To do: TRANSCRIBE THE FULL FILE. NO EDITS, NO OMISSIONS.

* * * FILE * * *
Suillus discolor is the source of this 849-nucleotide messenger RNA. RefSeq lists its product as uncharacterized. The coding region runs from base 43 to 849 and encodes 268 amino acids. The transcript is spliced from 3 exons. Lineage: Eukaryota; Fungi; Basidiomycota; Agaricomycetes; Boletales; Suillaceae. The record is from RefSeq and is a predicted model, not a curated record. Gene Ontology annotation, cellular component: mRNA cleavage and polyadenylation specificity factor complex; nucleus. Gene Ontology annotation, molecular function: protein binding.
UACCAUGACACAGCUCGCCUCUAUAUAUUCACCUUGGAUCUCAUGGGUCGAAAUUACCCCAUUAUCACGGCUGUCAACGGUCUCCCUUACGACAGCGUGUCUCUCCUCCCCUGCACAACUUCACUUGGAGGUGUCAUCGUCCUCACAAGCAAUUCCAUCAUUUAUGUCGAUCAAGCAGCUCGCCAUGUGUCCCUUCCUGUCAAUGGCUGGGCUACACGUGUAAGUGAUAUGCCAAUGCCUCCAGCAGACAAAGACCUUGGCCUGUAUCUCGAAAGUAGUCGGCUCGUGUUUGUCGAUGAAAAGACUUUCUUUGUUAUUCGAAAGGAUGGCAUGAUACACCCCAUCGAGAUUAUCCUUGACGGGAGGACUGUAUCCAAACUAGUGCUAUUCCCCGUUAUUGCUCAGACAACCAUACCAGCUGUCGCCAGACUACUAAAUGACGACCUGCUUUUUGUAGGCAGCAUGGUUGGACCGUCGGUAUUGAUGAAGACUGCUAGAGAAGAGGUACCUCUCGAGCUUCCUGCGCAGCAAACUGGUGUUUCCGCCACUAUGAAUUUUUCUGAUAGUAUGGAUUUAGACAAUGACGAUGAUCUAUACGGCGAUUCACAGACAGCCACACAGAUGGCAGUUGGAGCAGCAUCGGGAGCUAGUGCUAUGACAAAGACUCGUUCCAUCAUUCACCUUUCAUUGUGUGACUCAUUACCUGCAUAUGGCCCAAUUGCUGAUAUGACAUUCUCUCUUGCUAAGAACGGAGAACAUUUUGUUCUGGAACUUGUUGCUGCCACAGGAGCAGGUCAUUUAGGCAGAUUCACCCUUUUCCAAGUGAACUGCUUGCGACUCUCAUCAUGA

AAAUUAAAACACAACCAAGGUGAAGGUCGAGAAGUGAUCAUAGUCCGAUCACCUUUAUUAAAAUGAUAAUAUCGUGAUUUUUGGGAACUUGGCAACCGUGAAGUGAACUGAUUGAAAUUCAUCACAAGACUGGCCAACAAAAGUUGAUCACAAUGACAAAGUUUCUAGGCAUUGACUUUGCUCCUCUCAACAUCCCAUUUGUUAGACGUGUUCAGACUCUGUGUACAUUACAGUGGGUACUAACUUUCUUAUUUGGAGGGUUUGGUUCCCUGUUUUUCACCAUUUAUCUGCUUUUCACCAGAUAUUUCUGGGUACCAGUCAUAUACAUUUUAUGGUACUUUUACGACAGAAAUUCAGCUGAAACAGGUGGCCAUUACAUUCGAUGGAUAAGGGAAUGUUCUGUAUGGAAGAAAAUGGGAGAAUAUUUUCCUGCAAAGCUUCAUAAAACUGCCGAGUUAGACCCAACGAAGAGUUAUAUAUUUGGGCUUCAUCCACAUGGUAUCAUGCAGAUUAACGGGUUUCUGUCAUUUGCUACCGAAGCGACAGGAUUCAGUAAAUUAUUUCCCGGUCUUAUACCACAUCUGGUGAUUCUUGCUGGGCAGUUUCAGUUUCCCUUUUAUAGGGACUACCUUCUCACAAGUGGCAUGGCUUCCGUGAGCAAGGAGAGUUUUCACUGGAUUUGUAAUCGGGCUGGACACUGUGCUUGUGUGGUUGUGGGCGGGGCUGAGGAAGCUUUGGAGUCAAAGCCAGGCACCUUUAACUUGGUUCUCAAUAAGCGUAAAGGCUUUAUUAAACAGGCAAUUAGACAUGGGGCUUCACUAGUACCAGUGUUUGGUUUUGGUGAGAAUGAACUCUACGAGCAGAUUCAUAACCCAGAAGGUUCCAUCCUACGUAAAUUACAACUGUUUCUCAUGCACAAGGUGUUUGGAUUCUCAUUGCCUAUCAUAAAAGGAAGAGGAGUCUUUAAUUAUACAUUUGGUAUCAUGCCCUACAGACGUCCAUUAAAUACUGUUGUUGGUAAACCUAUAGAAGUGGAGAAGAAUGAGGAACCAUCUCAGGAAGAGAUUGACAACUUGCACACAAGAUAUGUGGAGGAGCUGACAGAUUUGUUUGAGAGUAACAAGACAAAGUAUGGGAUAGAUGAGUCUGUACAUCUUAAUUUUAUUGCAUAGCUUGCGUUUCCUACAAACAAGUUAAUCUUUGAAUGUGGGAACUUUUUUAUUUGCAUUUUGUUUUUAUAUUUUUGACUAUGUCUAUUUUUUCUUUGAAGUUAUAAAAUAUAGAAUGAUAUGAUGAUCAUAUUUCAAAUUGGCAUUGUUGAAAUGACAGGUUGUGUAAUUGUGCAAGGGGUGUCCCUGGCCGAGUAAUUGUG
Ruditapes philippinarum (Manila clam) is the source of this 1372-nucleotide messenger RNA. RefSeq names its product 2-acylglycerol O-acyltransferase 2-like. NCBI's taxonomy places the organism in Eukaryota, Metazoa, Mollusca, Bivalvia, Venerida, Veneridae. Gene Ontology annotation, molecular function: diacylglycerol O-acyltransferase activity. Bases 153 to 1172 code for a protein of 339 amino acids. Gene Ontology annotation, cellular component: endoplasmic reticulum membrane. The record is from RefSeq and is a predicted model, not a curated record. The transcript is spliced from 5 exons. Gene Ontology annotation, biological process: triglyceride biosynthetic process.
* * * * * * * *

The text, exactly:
Suillus discolor is the source of this 849-nucleotide messenger RNA. RefSeq lists its product as uncharacterized. The coding region runs from base 43 to 849 and encodes 268 amino acids. The transcript is spliced from 3 exons. Lineage: Eukaryota; Fungi; Basidiomycota; Agaricomycetes; Boletales; Suillaceae. The record is from RefSeq and is a predicted model, not a curated record. Gene Ontology annotation, cellular component: mRNA cleavage and polyadenylation specificity factor complex; nucleus. Gene Ontology annotation, molecular function: protein binding.
UACCAUGACACAGCUCGCCUCUAUAUAUUCACCUUGGAUCUCAUGGGUCGAAAUUACCCCAUUAUCACGGCUGUCAACGGUCUCCCUUACGACAGCGUGUCUCUCCUCCCCUGCACAACUUCACUUGGAGGUGUCAUCGUCCUCACAAGCAAUUCCAUCAUUUAUGUCGAUCAAGCAGCUCGCCAUGUGUCCCUUCCUGUCAAUGGCUGGGCUACACGUGUAAGUGAUAUGCCAAUGCCUCCAGCAGACAAAGACCUUGGCCUGUAUCUCGAAAGUAGUCGGCUCGUGUUUGUCGAUGAAAAGACUUUCUUUGUUAUUCGAAAGGAUGGCAUGAUACACCCCAUCGAGAUUAUCCUUGACGGGAGGACUGUAUCCAAACUAGUGCUAUUCCCCGUUAUUGCUCAGACAACCAUACCAGCUGUCGCCAGACUACUAAAUGACGACCUGCUUUUUGUAGGCAGCAUGGUUGGACCGUCGGUAUUGAUGAAGACUGCUAGAGAAGAGGUACCUCUCGAGCUUCCUGCGCAGCAAACUGGUGUUUCCGCCACUAUGAAUUUUUCUGAUAGUAUGGAUUUAGACAAUGACGAUGAUCUAUACGGCGAUUCACAGACAGCCACACAGAUGGCAGUUGGAGCAGCAUCGGGAGCUAGUGCUAUGACAAAGACUCGUUCCAUCAUUCACCUUUCAUUGUGUGACUCAUUACCUGCAUAUGGCCCAAUUGCUGAUAUGACAUUCUCUCUUGCUAAGAACGGAGAACAUUUUGUUCUGGAACUUGUUGCUGCCACAGGAGCAGGUCAUUUAGGCAGAUUCACCCUUUUCCAAGUGAACUGCUUGCGACUCUCAUCAUGA

AAAUUAAAACACAACCAAGGUGAAGGUCGAGAAGUGAUCAUAGUCCGAUCACCUUUAUUAAAAUGAUAAUAUCGUGAUUUUUGGGAACUUGGCAACCGUGAAGUGAACUGAUUGAAAUUCAUCACAAGACUGGCCAACAAAAGUUGAUCACAAUGACAAAGUUUCUAGGCAUUGACUUUGCUCCUCUCAACAUCCCAUUUGUUAGACGUGUUCAGACUCUGUGUACAUUACAGUGGGUACUAACUUUCUUAUUUGGAGGGUUUGGUUCCCUGUUUUUCACCAUUUAUCUGCUUUUCACCAGAUAUUUCUGGGUACCAGUCAUAUACAUUUUAUGGUACUUUUACGACAGAAAUUCAGCUGAAACAGGUGGCCAUUACAUUCGAUGGAUAAGGGAAUGUUCUGUAUGGAAGAAAAUGGGAGAAUAUUUUCCUGCAAAGCUUCAUAAAACUGCCGAGUUAGACCCAACGAAGAGUUAUAUAUUUGGGCUUCAUCCACAUGGUAUCAUGCAGAUUAACGGGUUUCUGUCAUUUGCUACCGAAGCGACAGGAUUCAGUAAAUUAUUUCCCGGUCUUAUACCACAUCUGGUGAUUCUUGCUGGGCAGUUUCAGUUUCCCUUUUAUAGGGACUACCUUCUCACAAGUGGCAUGGCUUCCGUGAGCAAGGAGAGUUUUCACUGGAUUUGUAAUCGGGCUGGACACUGUGCUUGUGUGGUUGUGGGCGGGGCUGAGGAAGCUUUGGAGUCAAAGCCAGGCACCUUUAACUUGGUUCUCAAUAAGCGUAAAGGCUUUAUUAAACAGGCAAUUAGACAUGGGGCUUCACUAGUACCAGUGUUUGGUUUUGGUGAGAAUGAACUCUACGAGCAGAUUCAUAACCCAGAAGGUUCCAUCCUACGUAAAUUACAACUGUUUCUCAUGCACAAGGUGUUUGGAUUCUCAUUGCCUAUCAUAAAAGGAAGAGGAGUCUUUAAUUAUACAUUUGGUAUCAUGCCCUACAGACGUCCAUUAAAUACUGUUGUUGGUAAACCUAUAGAAGUGGAGAAGAAUGAGGAACCAUCUCAGGAAGAGAUUGACAACUUGCACACAAGAUAUGUGGAGGAGCUGACAGAUUUGUUUGAGAGUAACAAGACAAAGUAUGGGAUAGAUGAGUCUGUACAUCUUAAUUUUAUUGCAUAGCUUGCGUUUCCUACAAACAAGUUAAUCUUUGAAUGUGGGAACUUUUUUAUUUGCAUUUUGUUUUUAUAUUUUUGACUAUGUCUAUUUUUUCUUUGAAGUUAUAAAAUAUAGAAUGAUAUGAUGAUCAUAUUUCAAAUUGGCAUUGUUGAAAUGACAGGUUGUGUAAUUGUGCAAGGGGUGUCCCUGGCCGAGUAAUUGUG
Ruditapes philippinarum (Manila clam) is the source of this 1372-nucleotide messenger RNA. RefSeq names its product 2-acylglycerol O-acyltransferase 2-like. NCBI's taxonomy places the organism in Eukaryota, Metazoa, Mollusca, Bivalvia, Venerida, Veneridae. Gene Ontology annotation, molecular function: diacylglycerol O-acyltransferase activity. Bases 153 to 1172 code for a protein of 339 amino acids. Gene Ontology annotation, cellular component: endoplasmic reticulum membrane. The record is from RefSeq and is a predicted model, not a curated record. The transcript is spliced from 5 exons. Gene Ontology annotation, biological process: triglyceride biosynthetic process.